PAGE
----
"The prevailing theological climate in the UMC was stated by Bishop James Thomas at the UMC Quadrennial General Conference in 1976: “We do not believe ... in rigid doctrinal concepts to hold us steady in a wavering world.” This is an understatement; the fact is that most UMC pastors don’t believe the Bible. Polls have shown that at least 30 percent of UMC ministers do not believe Jesus Christ is God, and 82% say they do not believe the Bible is the perfect Word of God. As early as 1968 a widely publicized scientific survey by Jeffrey Hadden which was published by the Washington University showed that about 60% of the Methodist clergy did not believe in the virgin birth and at least 50% did not believe in the bodily resurrection of Christ. A Gallup survey in 1982 revealed that 34% of Methodists believe community service is more important than proclaiming the Gospel. In The Battle for the Bible, evangelical leader Harold Lindsell stated, “It is not unfair to allege that among denominations like Episcopal, United Methodist, United Presbyterian, United Church of Christ, the Lutheran Church in America, and the Presbyterian Church U.S.A. there is not a single theological seminary that takes a stand in favor of biblical infallibility. And there is not a single seminary where there are not faculty members who disavow one or more of the major teachings of the Christian faith.”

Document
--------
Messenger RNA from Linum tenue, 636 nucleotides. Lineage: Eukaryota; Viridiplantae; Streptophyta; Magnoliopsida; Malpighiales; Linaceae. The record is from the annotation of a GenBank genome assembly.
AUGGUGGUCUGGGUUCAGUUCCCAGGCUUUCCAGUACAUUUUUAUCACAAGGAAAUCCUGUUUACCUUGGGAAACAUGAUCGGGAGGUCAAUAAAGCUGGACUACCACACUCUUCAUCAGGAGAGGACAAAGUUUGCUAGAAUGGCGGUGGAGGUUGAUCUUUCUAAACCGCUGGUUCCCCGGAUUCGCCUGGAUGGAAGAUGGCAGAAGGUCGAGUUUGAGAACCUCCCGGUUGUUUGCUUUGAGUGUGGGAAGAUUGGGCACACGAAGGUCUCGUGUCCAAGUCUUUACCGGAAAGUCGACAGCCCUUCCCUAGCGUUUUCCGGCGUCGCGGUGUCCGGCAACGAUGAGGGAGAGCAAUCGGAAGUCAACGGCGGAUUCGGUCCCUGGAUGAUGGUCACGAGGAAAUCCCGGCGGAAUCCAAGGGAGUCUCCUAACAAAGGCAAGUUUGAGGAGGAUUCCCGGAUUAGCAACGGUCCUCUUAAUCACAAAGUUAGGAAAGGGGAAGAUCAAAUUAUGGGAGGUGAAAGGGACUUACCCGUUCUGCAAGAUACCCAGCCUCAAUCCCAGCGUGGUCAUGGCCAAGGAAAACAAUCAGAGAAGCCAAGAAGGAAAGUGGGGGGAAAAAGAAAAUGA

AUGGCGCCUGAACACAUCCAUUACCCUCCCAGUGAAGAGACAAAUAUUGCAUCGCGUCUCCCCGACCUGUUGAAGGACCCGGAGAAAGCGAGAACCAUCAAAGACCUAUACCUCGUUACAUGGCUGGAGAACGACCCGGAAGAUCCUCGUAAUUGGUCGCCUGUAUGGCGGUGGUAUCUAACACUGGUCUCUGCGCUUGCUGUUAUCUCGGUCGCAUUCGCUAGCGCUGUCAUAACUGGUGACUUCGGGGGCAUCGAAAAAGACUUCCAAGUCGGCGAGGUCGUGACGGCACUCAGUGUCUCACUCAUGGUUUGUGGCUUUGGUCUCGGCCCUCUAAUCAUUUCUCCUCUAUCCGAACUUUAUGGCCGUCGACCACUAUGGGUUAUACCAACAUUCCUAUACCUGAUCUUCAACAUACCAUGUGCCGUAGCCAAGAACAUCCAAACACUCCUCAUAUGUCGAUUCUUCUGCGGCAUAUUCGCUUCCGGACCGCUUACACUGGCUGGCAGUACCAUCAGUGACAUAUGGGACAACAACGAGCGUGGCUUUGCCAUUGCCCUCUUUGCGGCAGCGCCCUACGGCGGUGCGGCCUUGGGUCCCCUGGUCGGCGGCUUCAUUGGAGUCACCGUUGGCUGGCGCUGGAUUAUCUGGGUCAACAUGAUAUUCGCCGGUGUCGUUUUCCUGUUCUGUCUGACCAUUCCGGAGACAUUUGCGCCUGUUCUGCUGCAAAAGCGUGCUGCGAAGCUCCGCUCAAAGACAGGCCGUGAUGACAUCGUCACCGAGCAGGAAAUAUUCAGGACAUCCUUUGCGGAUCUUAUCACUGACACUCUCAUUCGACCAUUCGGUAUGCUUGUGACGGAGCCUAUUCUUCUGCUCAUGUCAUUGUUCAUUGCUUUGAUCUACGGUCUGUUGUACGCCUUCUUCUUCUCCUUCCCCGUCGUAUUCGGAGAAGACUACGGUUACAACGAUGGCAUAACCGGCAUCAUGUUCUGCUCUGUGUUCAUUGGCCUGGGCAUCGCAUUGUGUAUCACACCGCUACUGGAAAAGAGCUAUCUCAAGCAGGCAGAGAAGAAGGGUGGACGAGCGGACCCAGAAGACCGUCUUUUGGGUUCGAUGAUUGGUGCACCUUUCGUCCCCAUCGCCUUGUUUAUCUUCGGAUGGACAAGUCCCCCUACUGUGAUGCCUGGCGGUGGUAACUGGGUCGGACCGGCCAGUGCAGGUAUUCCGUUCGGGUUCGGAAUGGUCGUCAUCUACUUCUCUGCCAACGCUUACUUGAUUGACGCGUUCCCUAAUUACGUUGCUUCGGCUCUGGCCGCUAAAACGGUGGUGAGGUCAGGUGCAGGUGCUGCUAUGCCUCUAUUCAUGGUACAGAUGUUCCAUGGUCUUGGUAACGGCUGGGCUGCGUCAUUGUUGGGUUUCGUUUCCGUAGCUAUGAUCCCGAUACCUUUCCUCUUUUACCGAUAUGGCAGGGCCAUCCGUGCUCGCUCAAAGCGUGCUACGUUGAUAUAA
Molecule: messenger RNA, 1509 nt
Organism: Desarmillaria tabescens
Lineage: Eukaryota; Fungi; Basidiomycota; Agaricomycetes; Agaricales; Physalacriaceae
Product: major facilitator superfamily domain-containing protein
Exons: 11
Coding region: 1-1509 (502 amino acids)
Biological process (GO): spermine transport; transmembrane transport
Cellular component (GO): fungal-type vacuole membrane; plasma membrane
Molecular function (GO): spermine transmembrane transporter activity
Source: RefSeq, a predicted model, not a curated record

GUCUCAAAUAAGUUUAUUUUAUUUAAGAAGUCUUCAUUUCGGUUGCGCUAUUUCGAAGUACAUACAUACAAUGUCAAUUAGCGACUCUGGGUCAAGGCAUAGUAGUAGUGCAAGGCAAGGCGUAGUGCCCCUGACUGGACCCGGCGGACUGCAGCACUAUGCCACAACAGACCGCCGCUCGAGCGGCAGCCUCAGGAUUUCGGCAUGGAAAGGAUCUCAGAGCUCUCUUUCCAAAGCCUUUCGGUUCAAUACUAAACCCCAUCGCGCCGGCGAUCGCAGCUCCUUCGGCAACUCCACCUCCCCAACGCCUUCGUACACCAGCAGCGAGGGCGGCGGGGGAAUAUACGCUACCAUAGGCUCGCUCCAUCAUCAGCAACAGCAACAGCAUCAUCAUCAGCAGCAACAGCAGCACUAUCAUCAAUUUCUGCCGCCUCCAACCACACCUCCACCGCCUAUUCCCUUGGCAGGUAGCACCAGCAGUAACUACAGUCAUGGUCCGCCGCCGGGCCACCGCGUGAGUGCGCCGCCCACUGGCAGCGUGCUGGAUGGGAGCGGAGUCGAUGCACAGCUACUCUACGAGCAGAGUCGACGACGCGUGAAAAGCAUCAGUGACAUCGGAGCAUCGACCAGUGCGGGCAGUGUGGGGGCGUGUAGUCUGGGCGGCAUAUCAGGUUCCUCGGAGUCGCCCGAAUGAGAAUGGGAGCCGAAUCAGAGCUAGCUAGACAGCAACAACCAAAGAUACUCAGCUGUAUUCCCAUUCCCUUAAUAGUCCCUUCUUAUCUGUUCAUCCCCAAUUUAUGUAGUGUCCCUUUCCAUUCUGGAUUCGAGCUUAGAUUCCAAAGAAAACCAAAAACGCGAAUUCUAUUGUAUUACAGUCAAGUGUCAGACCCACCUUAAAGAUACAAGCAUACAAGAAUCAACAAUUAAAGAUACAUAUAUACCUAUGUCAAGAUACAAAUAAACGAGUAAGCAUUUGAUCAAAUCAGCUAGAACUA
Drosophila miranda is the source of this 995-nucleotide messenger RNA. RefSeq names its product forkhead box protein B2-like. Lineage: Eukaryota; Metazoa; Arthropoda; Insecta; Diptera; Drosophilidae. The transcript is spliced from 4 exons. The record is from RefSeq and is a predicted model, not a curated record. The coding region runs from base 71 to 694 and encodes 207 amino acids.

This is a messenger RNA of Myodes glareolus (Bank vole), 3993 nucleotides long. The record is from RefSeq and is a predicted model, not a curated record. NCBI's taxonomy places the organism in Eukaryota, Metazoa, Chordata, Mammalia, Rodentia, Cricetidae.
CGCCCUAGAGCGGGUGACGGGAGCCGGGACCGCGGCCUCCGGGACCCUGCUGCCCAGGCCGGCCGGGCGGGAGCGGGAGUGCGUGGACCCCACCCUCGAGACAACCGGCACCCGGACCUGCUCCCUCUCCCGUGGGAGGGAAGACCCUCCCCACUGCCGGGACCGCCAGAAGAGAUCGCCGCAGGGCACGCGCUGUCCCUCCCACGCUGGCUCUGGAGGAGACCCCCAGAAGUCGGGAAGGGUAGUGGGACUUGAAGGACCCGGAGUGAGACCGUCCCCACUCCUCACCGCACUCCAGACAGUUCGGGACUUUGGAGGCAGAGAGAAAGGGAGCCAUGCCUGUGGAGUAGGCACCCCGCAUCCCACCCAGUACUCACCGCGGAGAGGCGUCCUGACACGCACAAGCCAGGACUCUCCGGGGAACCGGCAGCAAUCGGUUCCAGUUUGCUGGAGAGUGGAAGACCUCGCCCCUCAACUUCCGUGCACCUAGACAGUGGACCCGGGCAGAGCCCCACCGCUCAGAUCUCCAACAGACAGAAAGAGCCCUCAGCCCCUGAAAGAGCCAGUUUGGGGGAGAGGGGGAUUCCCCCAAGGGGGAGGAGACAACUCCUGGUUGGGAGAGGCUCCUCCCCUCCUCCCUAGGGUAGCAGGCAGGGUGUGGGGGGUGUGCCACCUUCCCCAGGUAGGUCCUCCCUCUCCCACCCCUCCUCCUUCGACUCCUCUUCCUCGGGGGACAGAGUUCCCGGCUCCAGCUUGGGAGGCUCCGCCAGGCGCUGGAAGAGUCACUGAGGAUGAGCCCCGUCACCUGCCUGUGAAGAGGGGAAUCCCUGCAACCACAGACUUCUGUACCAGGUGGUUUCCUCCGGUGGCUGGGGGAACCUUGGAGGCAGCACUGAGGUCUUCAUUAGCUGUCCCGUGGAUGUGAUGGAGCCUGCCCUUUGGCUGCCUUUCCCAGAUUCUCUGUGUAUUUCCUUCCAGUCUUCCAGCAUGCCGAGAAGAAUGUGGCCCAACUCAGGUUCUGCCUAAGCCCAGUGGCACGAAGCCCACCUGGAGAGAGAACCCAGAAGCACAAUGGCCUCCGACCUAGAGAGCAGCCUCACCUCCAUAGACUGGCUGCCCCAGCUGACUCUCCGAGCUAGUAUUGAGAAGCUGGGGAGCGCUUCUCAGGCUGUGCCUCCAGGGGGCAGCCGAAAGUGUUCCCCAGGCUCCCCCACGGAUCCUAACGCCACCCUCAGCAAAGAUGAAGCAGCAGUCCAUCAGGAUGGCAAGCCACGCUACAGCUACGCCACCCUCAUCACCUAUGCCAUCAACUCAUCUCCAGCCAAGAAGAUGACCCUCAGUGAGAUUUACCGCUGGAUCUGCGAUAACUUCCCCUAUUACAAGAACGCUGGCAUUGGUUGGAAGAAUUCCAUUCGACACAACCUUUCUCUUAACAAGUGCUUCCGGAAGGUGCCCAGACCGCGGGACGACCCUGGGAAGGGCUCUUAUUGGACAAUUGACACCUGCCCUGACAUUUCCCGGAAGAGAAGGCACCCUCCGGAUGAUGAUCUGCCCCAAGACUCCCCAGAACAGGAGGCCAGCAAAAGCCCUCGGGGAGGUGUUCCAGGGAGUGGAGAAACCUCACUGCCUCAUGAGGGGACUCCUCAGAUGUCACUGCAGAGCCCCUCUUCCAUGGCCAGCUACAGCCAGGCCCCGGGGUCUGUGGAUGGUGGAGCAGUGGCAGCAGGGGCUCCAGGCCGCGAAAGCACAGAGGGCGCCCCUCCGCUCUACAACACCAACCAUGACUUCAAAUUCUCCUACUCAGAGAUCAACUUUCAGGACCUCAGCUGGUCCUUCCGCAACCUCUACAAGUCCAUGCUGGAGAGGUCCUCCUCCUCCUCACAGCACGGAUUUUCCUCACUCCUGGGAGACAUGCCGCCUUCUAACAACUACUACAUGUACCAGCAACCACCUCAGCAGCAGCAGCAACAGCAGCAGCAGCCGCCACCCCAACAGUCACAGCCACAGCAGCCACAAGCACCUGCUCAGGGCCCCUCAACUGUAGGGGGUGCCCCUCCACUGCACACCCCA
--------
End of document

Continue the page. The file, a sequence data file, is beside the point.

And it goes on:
Kent Brandenburg said...

Furthermore from Cloud: